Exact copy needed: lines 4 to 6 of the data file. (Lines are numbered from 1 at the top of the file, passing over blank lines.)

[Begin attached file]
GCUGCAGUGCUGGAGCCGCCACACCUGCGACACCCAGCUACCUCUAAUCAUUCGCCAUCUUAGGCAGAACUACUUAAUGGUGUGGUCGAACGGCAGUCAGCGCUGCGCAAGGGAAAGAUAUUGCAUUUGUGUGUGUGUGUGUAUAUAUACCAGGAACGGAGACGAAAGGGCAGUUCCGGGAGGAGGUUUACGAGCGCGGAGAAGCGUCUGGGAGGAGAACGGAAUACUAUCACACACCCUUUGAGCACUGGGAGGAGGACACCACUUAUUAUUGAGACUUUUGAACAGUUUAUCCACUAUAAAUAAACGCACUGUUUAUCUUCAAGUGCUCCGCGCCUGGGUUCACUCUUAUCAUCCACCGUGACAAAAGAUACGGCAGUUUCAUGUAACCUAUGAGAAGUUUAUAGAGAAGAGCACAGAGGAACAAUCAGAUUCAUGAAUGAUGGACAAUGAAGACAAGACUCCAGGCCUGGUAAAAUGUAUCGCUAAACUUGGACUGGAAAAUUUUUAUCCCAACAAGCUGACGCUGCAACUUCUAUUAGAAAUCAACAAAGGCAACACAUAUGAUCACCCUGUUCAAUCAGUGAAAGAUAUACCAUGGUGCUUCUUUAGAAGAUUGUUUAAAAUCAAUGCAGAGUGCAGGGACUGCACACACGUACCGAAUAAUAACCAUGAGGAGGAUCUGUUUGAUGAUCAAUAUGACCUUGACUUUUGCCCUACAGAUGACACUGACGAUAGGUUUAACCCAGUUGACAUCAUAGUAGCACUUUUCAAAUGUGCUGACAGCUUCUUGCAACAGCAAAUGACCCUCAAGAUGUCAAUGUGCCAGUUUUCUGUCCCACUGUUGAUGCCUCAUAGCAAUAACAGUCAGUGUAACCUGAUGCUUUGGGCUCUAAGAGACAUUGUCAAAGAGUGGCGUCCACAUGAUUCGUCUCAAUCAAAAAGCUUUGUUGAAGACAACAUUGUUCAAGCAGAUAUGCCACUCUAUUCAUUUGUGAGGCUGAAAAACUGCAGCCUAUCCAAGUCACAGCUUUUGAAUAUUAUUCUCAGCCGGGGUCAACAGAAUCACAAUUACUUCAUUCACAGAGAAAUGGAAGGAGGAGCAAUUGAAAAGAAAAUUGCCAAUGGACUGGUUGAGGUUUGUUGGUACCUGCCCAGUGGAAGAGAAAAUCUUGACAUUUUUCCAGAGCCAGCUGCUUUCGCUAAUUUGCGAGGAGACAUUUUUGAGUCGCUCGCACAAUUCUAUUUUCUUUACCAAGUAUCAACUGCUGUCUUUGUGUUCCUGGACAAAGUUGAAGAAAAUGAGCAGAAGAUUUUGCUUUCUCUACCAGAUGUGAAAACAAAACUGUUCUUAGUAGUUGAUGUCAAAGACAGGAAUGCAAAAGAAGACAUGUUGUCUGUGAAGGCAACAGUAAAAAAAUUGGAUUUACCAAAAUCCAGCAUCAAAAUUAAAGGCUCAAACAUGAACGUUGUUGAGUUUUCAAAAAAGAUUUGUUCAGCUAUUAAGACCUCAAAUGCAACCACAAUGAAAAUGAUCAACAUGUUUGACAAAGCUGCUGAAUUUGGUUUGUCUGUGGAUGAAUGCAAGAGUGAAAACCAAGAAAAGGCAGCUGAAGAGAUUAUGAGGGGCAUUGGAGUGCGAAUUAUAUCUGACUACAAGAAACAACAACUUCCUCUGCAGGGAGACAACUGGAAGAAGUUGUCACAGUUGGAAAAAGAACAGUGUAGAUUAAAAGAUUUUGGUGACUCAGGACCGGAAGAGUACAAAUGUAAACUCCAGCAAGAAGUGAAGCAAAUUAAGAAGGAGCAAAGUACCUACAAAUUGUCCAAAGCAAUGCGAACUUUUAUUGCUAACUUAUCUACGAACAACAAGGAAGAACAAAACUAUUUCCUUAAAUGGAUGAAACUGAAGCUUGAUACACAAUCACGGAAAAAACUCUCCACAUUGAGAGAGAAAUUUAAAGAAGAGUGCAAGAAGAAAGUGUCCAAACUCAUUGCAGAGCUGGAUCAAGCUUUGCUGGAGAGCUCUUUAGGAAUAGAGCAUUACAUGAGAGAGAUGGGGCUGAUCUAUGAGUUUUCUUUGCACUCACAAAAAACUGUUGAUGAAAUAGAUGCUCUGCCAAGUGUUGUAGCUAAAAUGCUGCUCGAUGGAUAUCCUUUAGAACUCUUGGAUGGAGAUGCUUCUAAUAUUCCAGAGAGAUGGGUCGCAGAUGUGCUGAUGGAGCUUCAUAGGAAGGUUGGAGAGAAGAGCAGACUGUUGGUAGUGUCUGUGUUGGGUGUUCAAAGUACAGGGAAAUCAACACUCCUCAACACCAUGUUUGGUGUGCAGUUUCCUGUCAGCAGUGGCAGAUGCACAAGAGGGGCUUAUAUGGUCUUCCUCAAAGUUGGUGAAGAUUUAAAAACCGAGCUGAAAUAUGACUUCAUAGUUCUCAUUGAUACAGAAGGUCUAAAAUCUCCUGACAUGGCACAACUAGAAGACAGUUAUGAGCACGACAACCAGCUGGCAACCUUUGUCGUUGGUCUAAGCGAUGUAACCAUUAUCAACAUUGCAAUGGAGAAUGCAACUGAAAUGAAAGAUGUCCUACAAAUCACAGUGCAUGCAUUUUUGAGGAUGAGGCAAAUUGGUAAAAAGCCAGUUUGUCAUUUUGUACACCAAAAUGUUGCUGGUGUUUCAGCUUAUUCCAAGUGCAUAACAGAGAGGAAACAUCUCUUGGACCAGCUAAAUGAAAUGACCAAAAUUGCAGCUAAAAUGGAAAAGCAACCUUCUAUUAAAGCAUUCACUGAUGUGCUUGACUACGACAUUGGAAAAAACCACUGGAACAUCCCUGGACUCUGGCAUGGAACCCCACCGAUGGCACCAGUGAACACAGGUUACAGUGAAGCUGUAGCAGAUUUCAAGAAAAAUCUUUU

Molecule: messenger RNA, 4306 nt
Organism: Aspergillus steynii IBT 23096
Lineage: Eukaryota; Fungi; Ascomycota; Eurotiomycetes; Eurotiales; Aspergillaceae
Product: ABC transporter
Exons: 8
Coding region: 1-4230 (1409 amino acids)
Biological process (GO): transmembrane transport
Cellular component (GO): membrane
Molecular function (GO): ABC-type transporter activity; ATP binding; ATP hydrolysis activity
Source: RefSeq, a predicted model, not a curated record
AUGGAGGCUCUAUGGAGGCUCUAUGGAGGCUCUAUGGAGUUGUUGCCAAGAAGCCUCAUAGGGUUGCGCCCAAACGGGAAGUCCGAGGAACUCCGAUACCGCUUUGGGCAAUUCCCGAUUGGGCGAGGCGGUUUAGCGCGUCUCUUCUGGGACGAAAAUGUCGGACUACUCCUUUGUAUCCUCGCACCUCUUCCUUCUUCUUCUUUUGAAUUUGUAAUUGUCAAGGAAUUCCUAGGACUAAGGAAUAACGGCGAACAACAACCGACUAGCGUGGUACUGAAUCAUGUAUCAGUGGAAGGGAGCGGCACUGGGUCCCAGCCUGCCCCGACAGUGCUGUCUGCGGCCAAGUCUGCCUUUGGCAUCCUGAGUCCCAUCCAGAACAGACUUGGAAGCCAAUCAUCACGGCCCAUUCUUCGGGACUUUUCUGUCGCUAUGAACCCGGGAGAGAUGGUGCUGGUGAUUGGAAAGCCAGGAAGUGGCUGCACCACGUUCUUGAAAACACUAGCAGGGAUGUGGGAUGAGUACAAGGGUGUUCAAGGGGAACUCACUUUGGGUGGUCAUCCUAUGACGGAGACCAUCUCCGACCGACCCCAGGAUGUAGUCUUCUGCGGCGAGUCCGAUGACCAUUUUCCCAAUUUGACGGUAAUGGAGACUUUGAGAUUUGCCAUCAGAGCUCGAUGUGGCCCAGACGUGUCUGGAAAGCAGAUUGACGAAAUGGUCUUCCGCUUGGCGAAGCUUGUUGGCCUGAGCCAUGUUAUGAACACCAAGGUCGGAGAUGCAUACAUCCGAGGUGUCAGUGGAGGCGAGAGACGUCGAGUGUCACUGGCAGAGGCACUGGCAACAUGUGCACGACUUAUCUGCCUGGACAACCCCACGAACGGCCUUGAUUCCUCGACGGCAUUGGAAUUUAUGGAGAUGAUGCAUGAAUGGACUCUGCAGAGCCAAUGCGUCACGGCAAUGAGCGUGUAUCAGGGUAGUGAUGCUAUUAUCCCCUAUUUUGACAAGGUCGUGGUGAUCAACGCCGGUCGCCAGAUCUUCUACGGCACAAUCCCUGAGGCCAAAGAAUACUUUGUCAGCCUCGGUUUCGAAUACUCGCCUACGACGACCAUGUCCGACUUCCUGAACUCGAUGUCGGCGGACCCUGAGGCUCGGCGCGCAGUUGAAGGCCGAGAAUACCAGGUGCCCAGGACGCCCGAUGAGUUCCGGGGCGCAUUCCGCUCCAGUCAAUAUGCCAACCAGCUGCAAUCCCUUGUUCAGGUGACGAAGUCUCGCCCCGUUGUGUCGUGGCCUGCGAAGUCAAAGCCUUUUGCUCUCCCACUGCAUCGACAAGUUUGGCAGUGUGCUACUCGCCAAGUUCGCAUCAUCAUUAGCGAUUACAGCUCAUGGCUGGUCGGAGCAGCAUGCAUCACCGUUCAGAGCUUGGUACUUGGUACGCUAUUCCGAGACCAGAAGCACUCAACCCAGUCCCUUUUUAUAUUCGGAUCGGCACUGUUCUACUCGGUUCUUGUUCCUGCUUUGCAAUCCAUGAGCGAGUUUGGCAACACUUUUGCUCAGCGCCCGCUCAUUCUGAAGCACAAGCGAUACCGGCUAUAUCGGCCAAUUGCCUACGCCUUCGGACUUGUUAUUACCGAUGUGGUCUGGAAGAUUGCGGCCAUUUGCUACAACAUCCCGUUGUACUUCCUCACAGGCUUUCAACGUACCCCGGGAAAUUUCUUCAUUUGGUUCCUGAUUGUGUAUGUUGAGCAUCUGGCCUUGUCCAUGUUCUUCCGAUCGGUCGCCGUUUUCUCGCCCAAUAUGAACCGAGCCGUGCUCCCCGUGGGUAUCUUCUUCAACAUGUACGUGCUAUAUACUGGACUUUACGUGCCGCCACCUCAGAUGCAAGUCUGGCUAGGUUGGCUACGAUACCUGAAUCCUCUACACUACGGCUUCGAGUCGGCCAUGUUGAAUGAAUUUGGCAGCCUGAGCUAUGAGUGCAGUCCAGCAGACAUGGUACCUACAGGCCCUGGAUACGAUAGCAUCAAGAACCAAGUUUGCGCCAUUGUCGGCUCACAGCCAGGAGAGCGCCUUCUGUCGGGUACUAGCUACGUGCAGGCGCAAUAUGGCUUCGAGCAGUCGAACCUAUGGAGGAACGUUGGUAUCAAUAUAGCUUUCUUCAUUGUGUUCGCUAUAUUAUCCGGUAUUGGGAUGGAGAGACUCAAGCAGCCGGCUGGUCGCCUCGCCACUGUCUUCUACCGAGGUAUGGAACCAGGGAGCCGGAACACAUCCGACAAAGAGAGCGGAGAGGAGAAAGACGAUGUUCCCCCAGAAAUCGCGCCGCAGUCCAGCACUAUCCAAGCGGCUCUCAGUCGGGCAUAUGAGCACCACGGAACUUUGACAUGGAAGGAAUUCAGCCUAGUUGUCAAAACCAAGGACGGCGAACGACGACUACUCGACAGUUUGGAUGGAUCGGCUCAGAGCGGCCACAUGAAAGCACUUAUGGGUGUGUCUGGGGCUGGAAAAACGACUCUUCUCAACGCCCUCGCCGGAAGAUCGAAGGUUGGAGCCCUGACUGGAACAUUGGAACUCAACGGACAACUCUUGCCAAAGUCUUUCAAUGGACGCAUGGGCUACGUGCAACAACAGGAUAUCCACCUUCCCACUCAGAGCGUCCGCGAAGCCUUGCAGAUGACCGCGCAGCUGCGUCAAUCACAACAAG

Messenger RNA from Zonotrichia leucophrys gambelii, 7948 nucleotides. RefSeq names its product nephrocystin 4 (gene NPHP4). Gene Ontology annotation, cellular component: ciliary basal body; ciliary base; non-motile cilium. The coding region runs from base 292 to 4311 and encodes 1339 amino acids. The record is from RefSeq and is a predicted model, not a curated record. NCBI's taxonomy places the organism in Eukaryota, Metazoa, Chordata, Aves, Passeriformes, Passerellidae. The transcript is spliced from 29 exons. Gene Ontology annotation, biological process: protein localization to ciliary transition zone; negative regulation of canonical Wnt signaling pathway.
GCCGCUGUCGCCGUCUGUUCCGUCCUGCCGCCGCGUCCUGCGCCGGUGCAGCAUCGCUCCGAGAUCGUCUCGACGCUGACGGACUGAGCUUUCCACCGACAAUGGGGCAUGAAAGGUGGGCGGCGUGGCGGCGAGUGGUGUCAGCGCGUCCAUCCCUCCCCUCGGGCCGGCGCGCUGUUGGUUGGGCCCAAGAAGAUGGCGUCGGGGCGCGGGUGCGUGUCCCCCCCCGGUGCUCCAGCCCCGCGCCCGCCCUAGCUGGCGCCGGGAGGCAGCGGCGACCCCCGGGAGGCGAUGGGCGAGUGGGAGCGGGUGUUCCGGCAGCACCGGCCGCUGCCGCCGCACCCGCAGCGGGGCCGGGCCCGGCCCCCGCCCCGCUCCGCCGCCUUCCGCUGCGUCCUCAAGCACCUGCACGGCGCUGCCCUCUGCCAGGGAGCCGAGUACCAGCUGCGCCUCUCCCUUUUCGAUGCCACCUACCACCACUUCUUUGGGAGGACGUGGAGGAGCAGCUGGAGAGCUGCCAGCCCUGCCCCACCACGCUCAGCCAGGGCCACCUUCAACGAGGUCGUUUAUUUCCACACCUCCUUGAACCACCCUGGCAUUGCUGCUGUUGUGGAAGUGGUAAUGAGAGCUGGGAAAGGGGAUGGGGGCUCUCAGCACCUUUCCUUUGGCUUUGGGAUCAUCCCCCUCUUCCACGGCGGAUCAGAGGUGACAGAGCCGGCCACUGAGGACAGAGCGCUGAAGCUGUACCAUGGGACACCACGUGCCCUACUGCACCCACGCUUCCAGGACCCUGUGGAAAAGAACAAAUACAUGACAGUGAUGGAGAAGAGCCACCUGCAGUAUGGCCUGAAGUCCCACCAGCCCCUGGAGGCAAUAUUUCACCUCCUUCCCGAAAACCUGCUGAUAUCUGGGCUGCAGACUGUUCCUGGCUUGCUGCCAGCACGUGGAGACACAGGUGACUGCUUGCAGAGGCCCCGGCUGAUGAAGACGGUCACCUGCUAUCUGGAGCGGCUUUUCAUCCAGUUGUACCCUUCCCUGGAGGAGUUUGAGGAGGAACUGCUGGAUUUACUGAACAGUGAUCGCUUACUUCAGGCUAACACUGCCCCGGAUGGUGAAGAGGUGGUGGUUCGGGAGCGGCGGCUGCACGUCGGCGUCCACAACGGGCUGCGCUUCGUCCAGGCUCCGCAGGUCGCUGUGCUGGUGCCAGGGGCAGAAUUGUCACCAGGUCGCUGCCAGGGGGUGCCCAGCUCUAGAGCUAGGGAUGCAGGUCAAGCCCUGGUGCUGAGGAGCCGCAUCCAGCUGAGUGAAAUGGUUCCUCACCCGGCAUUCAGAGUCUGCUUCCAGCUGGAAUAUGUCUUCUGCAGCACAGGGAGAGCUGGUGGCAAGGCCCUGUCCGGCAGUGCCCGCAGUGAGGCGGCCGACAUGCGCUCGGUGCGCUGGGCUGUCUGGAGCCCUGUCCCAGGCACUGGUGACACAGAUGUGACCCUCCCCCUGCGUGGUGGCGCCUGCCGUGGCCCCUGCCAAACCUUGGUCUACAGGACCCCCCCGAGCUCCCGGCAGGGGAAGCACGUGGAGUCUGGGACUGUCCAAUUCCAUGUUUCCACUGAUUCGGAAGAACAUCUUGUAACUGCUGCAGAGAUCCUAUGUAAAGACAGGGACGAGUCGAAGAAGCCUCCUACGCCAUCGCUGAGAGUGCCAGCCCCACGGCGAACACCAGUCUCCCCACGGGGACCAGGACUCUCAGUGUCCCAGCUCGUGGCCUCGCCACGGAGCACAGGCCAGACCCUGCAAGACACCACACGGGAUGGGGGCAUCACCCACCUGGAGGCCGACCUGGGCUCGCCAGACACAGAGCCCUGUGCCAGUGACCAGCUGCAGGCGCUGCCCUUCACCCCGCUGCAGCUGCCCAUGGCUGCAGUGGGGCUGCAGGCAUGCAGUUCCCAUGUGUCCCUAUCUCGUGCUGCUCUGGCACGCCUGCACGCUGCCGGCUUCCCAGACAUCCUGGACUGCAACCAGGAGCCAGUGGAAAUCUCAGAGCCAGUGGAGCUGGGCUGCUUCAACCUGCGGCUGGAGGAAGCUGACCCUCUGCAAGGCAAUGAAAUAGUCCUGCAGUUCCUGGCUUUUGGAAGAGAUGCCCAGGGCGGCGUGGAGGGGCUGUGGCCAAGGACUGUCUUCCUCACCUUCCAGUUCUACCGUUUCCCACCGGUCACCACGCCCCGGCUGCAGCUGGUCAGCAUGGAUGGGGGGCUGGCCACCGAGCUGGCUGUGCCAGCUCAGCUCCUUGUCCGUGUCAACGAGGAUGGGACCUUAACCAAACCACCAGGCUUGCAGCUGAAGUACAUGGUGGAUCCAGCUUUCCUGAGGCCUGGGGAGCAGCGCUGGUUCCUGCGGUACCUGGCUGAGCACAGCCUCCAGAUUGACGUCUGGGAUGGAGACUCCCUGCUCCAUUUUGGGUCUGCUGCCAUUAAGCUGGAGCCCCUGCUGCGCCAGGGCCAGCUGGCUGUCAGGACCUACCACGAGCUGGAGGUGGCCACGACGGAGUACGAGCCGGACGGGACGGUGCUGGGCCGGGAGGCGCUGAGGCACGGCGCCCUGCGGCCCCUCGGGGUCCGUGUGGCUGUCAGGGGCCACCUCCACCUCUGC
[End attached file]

Lineage: Eukaryota; Fungi; Ascomycota; Eurotiomycetes; Eurotiales; Aspergillaceae
Product: ABC transporter
Exons: 8